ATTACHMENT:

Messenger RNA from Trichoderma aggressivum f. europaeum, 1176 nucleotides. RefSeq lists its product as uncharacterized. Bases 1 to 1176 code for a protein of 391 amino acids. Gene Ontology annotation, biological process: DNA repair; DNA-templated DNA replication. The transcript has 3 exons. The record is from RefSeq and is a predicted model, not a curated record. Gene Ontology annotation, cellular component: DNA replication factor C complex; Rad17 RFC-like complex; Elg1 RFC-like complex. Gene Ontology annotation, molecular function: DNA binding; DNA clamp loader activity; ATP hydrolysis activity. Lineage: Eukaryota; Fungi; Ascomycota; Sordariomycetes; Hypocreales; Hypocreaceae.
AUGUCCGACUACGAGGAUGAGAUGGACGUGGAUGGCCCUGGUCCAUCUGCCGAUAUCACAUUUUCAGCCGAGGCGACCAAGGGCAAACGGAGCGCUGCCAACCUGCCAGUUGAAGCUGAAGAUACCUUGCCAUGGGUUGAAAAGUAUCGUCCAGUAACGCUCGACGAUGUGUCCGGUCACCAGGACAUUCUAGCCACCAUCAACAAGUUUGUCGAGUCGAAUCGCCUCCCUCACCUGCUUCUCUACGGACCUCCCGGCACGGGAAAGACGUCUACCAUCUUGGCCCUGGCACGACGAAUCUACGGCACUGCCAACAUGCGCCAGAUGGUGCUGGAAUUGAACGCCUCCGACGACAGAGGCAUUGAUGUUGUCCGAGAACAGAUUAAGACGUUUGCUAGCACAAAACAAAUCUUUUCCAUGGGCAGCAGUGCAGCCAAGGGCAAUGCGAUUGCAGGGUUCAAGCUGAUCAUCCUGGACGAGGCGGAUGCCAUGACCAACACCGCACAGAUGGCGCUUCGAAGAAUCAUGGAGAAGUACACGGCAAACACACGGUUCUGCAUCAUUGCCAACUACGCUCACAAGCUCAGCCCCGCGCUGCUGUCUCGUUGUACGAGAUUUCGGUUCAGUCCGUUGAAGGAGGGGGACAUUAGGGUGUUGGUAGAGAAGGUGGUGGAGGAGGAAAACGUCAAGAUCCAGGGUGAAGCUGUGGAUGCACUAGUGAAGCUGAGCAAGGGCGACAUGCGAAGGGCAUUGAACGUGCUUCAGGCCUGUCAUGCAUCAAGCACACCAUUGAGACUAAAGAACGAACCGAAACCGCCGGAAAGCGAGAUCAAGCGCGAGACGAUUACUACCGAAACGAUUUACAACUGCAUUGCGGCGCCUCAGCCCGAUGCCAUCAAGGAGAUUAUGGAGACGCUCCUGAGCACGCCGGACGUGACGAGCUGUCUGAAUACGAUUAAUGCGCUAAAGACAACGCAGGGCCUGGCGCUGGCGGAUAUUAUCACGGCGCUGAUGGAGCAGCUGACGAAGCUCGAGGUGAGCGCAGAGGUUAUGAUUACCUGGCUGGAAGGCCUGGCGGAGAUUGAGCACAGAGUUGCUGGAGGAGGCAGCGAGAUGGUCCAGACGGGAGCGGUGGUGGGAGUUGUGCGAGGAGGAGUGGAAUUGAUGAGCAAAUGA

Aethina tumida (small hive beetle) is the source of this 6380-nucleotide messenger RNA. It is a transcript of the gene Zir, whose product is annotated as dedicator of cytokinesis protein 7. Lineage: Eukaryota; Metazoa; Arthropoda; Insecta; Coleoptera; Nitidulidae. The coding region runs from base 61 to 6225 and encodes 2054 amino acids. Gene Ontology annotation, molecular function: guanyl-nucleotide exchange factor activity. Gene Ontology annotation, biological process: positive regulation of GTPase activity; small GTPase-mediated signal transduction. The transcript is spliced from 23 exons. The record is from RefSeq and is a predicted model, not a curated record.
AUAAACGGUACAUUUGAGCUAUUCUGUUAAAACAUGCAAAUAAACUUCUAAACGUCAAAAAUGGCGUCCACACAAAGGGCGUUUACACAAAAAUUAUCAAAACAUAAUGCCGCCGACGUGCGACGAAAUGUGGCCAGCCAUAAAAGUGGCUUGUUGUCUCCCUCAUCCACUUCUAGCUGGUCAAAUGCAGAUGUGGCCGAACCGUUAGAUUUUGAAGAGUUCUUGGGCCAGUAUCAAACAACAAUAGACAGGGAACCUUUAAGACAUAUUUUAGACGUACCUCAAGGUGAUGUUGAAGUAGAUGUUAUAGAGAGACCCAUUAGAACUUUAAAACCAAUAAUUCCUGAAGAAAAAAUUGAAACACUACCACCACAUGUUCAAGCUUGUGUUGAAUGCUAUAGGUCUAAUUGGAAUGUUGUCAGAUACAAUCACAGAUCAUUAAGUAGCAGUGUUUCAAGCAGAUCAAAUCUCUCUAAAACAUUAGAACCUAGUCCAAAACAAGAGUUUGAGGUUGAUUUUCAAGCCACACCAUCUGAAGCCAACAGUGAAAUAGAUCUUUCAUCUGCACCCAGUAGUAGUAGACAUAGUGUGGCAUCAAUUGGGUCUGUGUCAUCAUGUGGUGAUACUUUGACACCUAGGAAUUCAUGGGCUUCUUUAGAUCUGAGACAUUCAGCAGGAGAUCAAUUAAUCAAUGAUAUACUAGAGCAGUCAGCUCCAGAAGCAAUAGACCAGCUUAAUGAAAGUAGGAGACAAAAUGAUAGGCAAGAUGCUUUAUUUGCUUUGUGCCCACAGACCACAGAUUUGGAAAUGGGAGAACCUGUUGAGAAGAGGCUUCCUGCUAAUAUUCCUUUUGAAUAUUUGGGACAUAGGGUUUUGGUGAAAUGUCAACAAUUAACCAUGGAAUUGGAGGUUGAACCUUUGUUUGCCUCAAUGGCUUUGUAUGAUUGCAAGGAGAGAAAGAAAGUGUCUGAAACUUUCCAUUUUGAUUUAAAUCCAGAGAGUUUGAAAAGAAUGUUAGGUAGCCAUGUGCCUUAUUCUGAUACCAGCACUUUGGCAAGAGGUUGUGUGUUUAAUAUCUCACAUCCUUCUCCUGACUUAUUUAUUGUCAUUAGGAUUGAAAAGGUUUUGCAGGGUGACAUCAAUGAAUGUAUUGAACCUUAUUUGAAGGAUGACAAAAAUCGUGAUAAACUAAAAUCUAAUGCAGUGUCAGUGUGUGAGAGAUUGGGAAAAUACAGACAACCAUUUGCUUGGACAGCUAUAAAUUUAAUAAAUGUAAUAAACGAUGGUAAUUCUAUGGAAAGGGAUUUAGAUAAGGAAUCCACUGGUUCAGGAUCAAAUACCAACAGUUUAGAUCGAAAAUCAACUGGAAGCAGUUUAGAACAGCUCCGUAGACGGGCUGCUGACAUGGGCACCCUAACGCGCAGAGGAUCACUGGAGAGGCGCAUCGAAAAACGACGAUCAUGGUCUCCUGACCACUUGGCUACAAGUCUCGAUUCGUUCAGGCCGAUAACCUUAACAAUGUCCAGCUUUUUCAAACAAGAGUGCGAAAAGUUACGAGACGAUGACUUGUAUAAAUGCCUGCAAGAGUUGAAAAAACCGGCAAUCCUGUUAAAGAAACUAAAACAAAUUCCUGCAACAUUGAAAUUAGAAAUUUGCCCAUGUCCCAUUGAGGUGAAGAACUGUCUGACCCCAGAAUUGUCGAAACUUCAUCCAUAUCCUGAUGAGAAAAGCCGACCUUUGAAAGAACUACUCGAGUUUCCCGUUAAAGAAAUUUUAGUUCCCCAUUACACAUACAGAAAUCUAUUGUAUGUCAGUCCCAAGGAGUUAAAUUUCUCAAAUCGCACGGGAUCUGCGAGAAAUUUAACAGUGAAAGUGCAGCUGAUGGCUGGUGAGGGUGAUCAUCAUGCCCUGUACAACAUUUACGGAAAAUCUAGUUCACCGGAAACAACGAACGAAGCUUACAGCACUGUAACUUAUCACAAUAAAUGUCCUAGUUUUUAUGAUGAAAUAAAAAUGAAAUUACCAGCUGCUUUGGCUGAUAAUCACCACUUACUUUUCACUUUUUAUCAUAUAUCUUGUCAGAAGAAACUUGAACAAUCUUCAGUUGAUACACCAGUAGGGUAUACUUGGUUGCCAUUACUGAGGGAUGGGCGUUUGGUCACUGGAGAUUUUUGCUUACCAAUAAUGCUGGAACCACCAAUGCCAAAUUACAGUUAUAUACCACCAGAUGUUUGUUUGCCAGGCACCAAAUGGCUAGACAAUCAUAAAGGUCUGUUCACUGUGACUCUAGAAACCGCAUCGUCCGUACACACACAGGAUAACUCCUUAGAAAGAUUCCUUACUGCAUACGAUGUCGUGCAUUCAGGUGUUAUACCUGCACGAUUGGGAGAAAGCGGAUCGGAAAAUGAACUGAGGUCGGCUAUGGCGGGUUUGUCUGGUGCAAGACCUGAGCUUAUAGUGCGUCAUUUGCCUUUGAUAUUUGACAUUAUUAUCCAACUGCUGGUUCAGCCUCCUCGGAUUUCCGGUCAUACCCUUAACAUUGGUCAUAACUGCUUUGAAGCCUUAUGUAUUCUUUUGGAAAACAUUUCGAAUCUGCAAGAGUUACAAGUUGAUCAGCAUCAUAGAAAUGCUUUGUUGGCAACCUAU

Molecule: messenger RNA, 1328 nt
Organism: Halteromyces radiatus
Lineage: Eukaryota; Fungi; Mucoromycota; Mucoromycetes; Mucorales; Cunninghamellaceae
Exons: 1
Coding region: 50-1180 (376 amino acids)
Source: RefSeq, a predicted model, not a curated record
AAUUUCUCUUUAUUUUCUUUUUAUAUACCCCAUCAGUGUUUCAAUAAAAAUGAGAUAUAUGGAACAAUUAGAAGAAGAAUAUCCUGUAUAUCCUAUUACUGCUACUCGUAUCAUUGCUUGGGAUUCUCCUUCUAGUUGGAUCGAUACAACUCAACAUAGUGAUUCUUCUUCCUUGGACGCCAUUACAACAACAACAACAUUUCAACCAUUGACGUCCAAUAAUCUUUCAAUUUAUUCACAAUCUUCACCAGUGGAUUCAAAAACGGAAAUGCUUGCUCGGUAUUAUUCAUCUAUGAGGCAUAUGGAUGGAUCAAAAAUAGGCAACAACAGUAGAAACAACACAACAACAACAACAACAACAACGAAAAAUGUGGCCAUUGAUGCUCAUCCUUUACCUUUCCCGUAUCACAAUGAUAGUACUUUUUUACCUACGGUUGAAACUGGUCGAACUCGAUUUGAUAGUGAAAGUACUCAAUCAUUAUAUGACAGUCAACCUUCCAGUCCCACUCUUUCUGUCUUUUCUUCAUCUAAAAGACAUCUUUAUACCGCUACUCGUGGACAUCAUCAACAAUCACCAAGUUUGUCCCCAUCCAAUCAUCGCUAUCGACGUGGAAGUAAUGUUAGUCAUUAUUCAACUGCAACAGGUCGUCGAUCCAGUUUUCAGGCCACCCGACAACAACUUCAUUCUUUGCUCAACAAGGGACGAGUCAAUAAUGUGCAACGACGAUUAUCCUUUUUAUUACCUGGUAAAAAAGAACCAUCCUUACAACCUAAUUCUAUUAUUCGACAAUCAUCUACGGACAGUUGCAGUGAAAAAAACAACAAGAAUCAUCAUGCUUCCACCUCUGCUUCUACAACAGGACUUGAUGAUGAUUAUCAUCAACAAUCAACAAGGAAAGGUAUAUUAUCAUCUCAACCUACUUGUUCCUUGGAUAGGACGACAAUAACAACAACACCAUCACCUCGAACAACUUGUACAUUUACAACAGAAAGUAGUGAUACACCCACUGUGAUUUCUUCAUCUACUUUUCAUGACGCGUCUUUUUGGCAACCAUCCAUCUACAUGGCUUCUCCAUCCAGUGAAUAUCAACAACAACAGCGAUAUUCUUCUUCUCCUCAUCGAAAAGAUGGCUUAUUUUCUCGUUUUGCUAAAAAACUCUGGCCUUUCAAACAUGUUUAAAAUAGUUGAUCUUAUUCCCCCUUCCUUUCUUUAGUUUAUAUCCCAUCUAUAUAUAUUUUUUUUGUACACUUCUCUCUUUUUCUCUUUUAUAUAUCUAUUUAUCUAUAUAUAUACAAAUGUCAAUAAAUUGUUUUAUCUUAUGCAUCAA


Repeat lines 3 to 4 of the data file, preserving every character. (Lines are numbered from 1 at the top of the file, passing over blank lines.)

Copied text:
Aethina tumida (small hive beetle) is the source of this 6380-nucleotide messenger RNA. It is a transcript of the gene Zir, whose product is annotated as dedicator of cytokinesis protein 7. Lineage: Eukaryota; Metazoa; Arthropoda; Insecta; Coleoptera; Nitidulidae. The coding region runs from base 61 to 6225 and encodes 2054 amino acids. Gene Ontology annotation, molecular function: guanyl-nucleotide exchange factor activity. Gene Ontology annotation, biological process: positive regulation of GTPase activity; small GTPase-mediated signal transduction. The transcript is spliced from 23 exons. The record is from RefSeq and is a predicted model, not a curated record.
AUAAACGGUACAUUUGAGCUAUUCUGUUAAAACAUGCAAAUAAACUUCUAAACGUCAAAAAUGGCGUCCACACAAAGGGCGUUUACACAAAAAUUAUCAAAACAUAAUGCCGCCGACGUGCGACGAAAUGUGGCCAGCCAUAAAAGUGGCUUGUUGUCUCCCUCAUCCACUUCUAGCUGGUCAAAUGCAGAUGUGGCCGAACCGUUAGAUUUUGAAGAGUUCUUGGGCCAGUAUCAAACAACAAUAGACAGGGAACCUUUAAGACAUAUUUUAGACGUACCUCAAGGUGAUGUUGAAGUAGAUGUUAUAGAGAGACCCAUUAGAACUUUAAAACCAAUAAUUCCUGAAGAAAAAAUUGAAACACUACCACCACAUGUUCAAGCUUGUGUUGAAUGCUAUAGGUCUAAUUGGAAUGUUGUCAGAUACAAUCACAGAUCAUUAAGUAGCAGUGUUUCAAGCAGAUCAAAUCUCUCUAAAACAUUAGAACCUAGUCCAAAACAAGAGUUUGAGGUUGAUUUUCAAGCCACACCAUCUGAAGCCAACAGUGAAAUAGAUCUUUCAUCUGCACCCAGUAGUAGUAGACAUAGUGUGGCAUCAAUUGGGUCUGUGUCAUCAUGUGGUGAUACUUUGACACCUAGGAAUUCAUGGGCUUCUUUAGAUCUGAGACAUUCAGCAGGAGAUCAAUUAAUCAAUGAUAUACUAGAGCAGUCAGCUCCAGAAGCAAUAGACCAGCUUAAUGAAAGUAGGAGACAAAAUGAUAGGCAAGAUGCUUUAUUUGCUUUGUGCCCACAGACCACAGAUUUGGAAAUGGGAGAACCUGUUGAGAAGAGGCUUCCUGCUAAUAUUCCUUUUGAAUAUUUGGGACAUAGGGUUUUGGUGAAAUGUCAACAAUUAACCAUGGAAUUGGAGGUUGAACCUUUGUUUGCCUCAAUGGCUUUGUAUGAUUGCAAGGAGAGAAAGAAAGUGUCUGAAACUUUCCAUUUUGAUUUAAAUCCAGAGAGUUUGAAAAGAAUGUUAGGUAGCCAUGUGCCUUAUUCUGAUACCAGCACUUUGGCAAGAGGUUGUGUGUUUAAUAUCUCACAUCCUUCUCCUGACUUAUUUAUUGUCAUUAGGAUUGAAAAGGUUUUGCAGGGUGACAUCAAUGAAUGUAUUGAACCUUAUUUGAAGGAUGACAAAAAUCGUGAUAAACUAAAAUCUAAUGCAGUGUCAGUGUGUGAGAGAUUGGGAAAAUACAGACAACCAUUUGCUUGGACAGCUAUAAAUUUAAUAAAUGUAAUAAACGAUGGUAAUUCUAUGGAAAGGGAUUUAGAUAAGGAAUCCACUGGUUCAGGAUCAAAUACCAACAGUUUAGAUCGAAAAUCAACUGGAAGCAGUUUAGAACAGCUCCGUAGACGGGCUGCUGACAUGGGCACCCUAACGCGCAGAGGAUCACUGGAGAGGCGCAUCGAAAAACGACGAUCAUGGUCUCCUGACCACUUGGCUACAAGUCUCGAUUCGUUCAGGCCGAUAACCUUAACAAUGUCCAGCUUUUUCAAACAAGAGUGCGAAAAGUUACGAGACGAUGACUUGUAUAAAUGCCUGCAAGAGUUGAAAAAACCGGCAAUCCUGUUAAAGAAACUAAAACAAAUUCCUGCAACAUUGAAAUUAGAAAUUUGCCCAUGUCCCAUUGAGGUGAAGAACUGUCUGACCCCAGAAUUGUCGAAACUUCAUCCAUAUCCUGAUGAGAAAAGCCGACCUUUGAAAGAACUACUCGAGUUUCCCGUUAAAGAAAUUUUAGUUCCCCAUUACACAUACAGAAAUCUAUUGUAUGUCAGUCCCAAGGAGUUAAAUUUCUCAAAUCGCACGGGAUCUGCGAGAAAUUUAACAGUGAAAGUGCAGCUGAUGGCUGGUGAGGGUGAUCAUCAUGCCCUGUACAACAUUUACGGAAAAUCUAGUUCACCGGAAACAACGAACGAAGCUUACAGCACUGUAACUUAUCACAAUAAAUGUCCUAGUUUUUAUGAUGAAAUAAAAAUGAAAUUACCAGCUGCUUUGGCUGAUAAUCACCACUUACUUUUCACUUUUUAUCAUAUAUCUUGUCAGAAGAAACUUGAACAAUCUUCAGUUGAUACACCAGUAGGGUAUACUUGGUUGCCAUUACUGAGGGAUGGGCGUUUGGUCACUGGAGAUUUUUGCUUACCAAUAAUGCUGGAACCACCAAUGCCAAAUUACAGUUAUAUACCACCAGAUGUUUGUUUGCCAGGCACCAAAUGGCUAGACAAUCAUAAAGGUCUGUUCACUGUGACUCUAGAAACCGCAUCGUCCGUACACACACAGGAUAACUCCUUAGAAAGAUUCCUUACUGCAUACGAUGUCGUGCAUUCAGGUGUUAUACCUGCACGAUUGGGAGAAAGCGGAUCGGAAAAUGAACUGAGGUCGGCUAUGGCGGGUUUGUCUGGUGCAAGACCUGAGCUUAUAGUGCGUCAUUUGCCUUUGAUAUUUGACAUUAUUAUCCAACUGCUGGUUCAGCCUCCUCGGAUUUCCGGUCAUACCCUUAACAUUGGUCAUAACUGCUUUGAAGCCUUAUGUAUUCUUUUGGAAAACAUUUCGAAUCUGCAAGAGUUACAAGUUGAUCAGCAUCAUAGAAAUGCUUUGUUGGCAACCUAU